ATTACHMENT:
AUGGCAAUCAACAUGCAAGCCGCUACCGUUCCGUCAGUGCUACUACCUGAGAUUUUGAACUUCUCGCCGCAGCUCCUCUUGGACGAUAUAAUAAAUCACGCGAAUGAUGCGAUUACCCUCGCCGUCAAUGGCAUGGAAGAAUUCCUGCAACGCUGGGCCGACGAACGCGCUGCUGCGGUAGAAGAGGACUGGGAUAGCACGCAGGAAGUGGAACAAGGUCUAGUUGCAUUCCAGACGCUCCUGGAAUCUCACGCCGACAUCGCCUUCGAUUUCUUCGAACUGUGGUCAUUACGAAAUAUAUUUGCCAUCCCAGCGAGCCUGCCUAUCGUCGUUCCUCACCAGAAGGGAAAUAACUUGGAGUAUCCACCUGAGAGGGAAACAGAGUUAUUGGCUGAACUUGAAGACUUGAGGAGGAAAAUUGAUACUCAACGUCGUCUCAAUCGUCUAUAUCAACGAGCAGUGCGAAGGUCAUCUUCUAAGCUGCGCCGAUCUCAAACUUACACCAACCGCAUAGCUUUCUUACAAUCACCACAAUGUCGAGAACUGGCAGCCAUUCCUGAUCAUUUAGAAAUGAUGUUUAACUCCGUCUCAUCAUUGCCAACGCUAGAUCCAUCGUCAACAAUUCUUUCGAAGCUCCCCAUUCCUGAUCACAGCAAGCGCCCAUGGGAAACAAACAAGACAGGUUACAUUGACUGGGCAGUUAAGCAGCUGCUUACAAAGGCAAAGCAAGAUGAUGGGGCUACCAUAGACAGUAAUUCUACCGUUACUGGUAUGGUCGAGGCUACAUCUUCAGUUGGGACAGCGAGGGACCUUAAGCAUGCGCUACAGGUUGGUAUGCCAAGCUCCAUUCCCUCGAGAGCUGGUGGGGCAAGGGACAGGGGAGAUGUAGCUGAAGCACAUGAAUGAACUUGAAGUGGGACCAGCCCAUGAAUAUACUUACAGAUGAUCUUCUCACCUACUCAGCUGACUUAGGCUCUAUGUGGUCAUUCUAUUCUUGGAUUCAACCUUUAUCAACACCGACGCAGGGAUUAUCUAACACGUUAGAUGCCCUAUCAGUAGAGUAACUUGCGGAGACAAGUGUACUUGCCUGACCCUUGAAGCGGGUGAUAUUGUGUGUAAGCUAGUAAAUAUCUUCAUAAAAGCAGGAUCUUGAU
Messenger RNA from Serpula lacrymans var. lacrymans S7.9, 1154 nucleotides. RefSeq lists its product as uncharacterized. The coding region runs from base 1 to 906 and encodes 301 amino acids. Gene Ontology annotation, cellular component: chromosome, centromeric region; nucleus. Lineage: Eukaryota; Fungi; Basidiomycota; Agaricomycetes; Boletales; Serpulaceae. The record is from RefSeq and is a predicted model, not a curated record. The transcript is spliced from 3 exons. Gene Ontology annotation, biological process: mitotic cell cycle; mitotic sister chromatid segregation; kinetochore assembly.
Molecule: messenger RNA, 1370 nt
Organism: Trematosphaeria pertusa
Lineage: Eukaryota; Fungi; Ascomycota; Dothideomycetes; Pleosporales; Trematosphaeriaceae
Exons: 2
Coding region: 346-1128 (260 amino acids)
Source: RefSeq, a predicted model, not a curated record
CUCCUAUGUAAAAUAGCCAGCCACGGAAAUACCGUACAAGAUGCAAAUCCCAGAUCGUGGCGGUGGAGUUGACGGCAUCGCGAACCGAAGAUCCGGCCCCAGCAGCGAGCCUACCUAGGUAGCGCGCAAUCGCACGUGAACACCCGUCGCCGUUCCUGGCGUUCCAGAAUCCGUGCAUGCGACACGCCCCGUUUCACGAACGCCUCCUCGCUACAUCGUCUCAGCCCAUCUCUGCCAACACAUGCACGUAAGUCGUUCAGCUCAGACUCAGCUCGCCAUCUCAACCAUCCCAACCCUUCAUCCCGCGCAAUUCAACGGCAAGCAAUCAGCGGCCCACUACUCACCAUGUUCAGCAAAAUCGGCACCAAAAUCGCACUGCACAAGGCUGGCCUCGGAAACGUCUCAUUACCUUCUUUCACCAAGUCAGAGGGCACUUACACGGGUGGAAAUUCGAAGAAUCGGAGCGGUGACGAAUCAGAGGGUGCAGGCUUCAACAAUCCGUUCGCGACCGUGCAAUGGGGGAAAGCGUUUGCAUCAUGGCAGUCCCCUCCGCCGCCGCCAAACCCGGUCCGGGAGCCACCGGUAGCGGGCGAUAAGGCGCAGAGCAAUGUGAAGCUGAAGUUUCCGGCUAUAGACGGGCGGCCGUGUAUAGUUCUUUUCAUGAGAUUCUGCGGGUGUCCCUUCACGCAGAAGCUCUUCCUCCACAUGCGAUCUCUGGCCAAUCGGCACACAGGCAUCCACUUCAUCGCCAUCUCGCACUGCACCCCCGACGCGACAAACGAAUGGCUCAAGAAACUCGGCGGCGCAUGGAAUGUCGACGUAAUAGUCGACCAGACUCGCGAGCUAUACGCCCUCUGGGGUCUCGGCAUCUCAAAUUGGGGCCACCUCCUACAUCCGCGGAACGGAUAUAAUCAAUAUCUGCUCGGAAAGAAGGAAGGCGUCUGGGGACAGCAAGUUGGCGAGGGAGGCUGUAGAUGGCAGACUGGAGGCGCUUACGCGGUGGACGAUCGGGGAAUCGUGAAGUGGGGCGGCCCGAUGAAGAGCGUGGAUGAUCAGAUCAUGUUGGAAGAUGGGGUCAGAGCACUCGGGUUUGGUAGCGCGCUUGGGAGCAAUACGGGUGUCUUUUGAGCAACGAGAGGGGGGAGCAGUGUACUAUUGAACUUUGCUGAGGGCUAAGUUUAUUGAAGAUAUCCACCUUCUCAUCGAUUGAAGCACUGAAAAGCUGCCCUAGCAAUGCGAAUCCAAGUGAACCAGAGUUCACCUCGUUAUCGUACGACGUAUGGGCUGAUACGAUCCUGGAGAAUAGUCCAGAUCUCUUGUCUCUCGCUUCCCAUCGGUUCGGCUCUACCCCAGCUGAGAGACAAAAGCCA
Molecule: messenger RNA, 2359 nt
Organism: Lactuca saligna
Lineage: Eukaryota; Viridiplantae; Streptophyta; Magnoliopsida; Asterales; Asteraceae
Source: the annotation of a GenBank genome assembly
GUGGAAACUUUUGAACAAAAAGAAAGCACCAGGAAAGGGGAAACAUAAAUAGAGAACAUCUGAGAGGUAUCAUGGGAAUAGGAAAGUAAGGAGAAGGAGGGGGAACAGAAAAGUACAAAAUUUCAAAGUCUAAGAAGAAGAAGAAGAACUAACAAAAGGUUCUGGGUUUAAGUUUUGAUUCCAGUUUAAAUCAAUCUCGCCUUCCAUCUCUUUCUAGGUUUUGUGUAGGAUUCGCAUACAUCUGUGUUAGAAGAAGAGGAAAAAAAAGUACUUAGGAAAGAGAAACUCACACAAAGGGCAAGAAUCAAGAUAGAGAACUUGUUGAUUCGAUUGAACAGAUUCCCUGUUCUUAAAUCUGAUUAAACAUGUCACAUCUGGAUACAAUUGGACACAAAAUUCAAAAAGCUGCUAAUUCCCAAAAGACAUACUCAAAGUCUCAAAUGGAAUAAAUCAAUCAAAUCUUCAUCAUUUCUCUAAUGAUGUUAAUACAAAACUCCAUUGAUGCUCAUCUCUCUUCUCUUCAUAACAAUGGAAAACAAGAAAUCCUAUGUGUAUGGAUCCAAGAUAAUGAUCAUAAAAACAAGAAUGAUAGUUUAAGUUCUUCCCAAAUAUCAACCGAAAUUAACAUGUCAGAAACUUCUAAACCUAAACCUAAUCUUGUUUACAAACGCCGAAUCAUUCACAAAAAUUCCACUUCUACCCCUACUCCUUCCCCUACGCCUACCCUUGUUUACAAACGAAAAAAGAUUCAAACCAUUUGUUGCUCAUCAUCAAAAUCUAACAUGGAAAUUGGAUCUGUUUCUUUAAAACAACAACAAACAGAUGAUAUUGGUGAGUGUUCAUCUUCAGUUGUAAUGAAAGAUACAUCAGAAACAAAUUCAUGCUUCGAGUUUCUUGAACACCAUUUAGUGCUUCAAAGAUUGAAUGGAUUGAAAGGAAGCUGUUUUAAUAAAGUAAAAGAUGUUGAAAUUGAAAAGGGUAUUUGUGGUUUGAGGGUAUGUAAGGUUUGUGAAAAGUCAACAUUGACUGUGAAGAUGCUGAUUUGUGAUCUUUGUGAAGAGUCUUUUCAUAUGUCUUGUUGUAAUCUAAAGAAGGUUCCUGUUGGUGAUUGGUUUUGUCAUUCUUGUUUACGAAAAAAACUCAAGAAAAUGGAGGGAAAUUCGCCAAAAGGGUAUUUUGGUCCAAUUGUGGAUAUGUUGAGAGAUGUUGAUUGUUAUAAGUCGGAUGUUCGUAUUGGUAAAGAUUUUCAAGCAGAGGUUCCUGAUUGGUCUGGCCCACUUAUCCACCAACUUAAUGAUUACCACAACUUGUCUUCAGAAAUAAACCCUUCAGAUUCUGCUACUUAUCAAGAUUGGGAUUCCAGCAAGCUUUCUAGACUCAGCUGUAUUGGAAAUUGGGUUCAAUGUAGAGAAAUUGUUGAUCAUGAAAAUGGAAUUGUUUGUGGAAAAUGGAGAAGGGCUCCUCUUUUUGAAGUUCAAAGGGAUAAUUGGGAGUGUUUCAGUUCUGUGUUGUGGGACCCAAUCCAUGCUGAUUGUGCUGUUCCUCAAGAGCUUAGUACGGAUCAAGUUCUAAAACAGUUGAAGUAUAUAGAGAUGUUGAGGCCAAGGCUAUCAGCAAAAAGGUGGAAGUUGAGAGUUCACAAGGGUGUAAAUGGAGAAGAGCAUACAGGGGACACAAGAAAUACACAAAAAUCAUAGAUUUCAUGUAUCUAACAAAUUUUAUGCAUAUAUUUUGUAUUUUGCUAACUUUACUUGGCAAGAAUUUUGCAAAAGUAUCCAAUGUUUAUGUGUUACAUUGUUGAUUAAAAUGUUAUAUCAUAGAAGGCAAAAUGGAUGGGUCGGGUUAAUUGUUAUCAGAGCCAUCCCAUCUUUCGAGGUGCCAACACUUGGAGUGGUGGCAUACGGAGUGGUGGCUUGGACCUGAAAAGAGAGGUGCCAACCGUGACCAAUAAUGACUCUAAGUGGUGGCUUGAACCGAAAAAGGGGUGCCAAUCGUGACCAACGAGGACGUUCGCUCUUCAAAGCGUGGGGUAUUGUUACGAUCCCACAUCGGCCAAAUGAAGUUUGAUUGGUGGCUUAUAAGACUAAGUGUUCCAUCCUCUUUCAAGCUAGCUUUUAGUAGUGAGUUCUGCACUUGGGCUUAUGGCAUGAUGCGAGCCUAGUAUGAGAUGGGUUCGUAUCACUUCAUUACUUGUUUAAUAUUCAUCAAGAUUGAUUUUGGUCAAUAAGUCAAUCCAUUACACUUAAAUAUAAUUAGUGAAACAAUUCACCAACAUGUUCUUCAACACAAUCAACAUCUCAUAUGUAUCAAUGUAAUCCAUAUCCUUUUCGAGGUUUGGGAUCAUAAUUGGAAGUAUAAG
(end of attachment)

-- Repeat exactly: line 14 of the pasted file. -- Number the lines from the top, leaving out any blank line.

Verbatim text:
GUGGAAACUUUUGAACAAAAAGAAAGCACCAGGAAAGGGGAAACAUAAAUAGAGAACAUCUGAGAGGUAUCAUGGGAAUAGGAAAGUAAGGAGAAGGAGGGGGAACAGAAAAGUACAAAAUUUCAAAGUCUAAGAAGAAGAAGAAGAACUAACAAAAGGUUCUGGGUUUAAGUUUUGAUUCCAGUUUAAAUCAAUCUCGCCUUCCAUCUCUUUCUAGGUUUUGUGUAGGAUUCGCAUACAUCUGUGUUAGAAGAAGAGGAAAAAAAAGUACUUAGGAAAGAGAAACUCACACAAAGGGCAAGAAUCAAGAUAGAGAACUUGUUGAUUCGAUUGAACAGAUUCCCUGUUCUUAAAUCUGAUUAAACAUGUCACAUCUGGAUACAAUUGGACACAAAAUUCAAAAAGCUGCUAAUUCCCAAAAGACAUACUCAAAGUCUCAAAUGGAAUAAAUCAAUCAAAUCUUCAUCAUUUCUCUAAUGAUGUUAAUACAAAACUCCAUUGAUGCUCAUCUCUCUUCUCUUCAUAACAAUGGAAAACAAGAAAUCCUAUGUGUAUGGAUCCAAGAUAAUGAUCAUAAAAACAAGAAUGAUAGUUUAAGUUCUUCCCAAAUAUCAACCGAAAUUAACAUGUCAGAAACUUCUAAACCUAAACCUAAUCUUGUUUACAAACGCCGAAUCAUUCACAAAAAUUCCACUUCUACCCCUACUCCUUCCCCUACGCCUACCCUUGUUUACAAACGAAAAAAGAUUCAAACCAUUUGUUGCUCAUCAUCAAAAUCUAACAUGGAAAUUGGAUCUGUUUCUUUAAAACAACAACAAACAGAUGAUAUUGGUGAGUGUUCAUCUUCAGUUGUAAUGAAAGAUACAUCAGAAACAAAUUCAUGCUUCGAGUUUCUUGAACACCAUUUAGUGCUUCAAAGAUUGAAUGGAUUGAAAGGAAGCUGUUUUAAUAAAGUAAAAGAUGUUGAAAUUGAAAAGGGUAUUUGUGGUUUGAGGGUAUGUAAGGUUUGUGAAAAGUCAACAUUGACUGUGAAGAUGCUGAUUUGUGAUCUUUGUGAAGAGUCUUUUCAUAUGUCUUGUUGUAAUCUAAAGAAGGUUCCUGUUGGUGAUUGGUUUUGUCAUUCUUGUUUACGAAAAAAACUCAAGAAAAUGGAGGGAAAUUCGCCAAAAGGGUAUUUUGGUCCAAUUGUGGAUAUGUUGAGAGAUGUUGAUUGUUAUAAGUCGGAUGUUCGUAUUGGUAAAGAUUUUCAAGCAGAGGUUCCUGAUUGGUCUGGCCCACUUAUCCACCAACUUAAUGAUUACCACAACUUGUCUUCAGAAAUAAACCCUUCAGAUUCUGCUACUUAUCAAGAUUGGGAUUCCAGCAAGCUUUCUAGACUCAGCUGUAUUGGAAAUUGGGUUCAAUGUAGAGAAAUUGUUGAUCAUGAAAAUGGAAUUGUUUGUGGAAAAUGGAGAAGGGCUCCUCUUUUUGAAGUUCAAAGGGAUAAUUGGGAGUGUUUCAGUUCUGUGUUGUGGGACCCAAUCCAUGCUGAUUGUGCUGUUCCUCAAGAGCUUAGUACGGAUCAAGUUCUAAAACAGUUGAAGUAUAUAGAGAUGUUGAGGCCAAGGCUAUCAGCAAAAAGGUGGAAGUUGAGAGUUCACAAGGGUGUAAAUGGAGAAGAGCAUACAGGGGACACAAGAAAUACACAAAAAUCAUAGAUUUCAUGUAUCUAACAAAUUUUAUGCAUAUAUUUUGUAUUUUGCUAACUUUACUUGGCAAGAAUUUUGCAAAAGUAUCCAAUGUUUAUGUGUUACAUUGUUGAUUAAAAUGUUAUAUCAUAGAAGGCAAAAUGGAUGGGUCGGGUUAAUUGUUAUCAGAGCCAUCCCAUCUUUCGAGGUGCCAACACUUGGAGUGGUGGCAUACGGAGUGGUGGCUUGGACCUGAAAAGAGAGGUGCCAACCGUGACCAAUAAUGACUCUAAGUGGUGGCUUGAACCGAAAAAGGGGUGCCAAUCGUGACCAACGAGGACGUUCGCUCUUCAAAGCGUGGGGUAUUGUUACGAUCCCACAUCGGCCAAAUGAAGUUUGAUUGGUGGCUUAUAAGACUAAGUGUUCCAUCCUCUUUCAAGCUAGCUUUUAGUAGUGAGUUCUGCACUUGGGCUUAUGGCAUGAUGCGAGCCUAGUAUGAGAUGGGUUCGUAUCACUUCAUUACUUGUUUAAUAUUCAUCAAGAUUGAUUUUGGUCAAUAAGUCAAUCCAUUACACUUAAAUAUAAUUAGUGAAACAAUUCACCAACAUGUUCUUCAACACAAUCAACAUCUCAUAUGUAUCAAUGUAAUCCAUAUCCUUUUCGAGGUUUGGGAUCAUAAUUGGAAGUAUAAG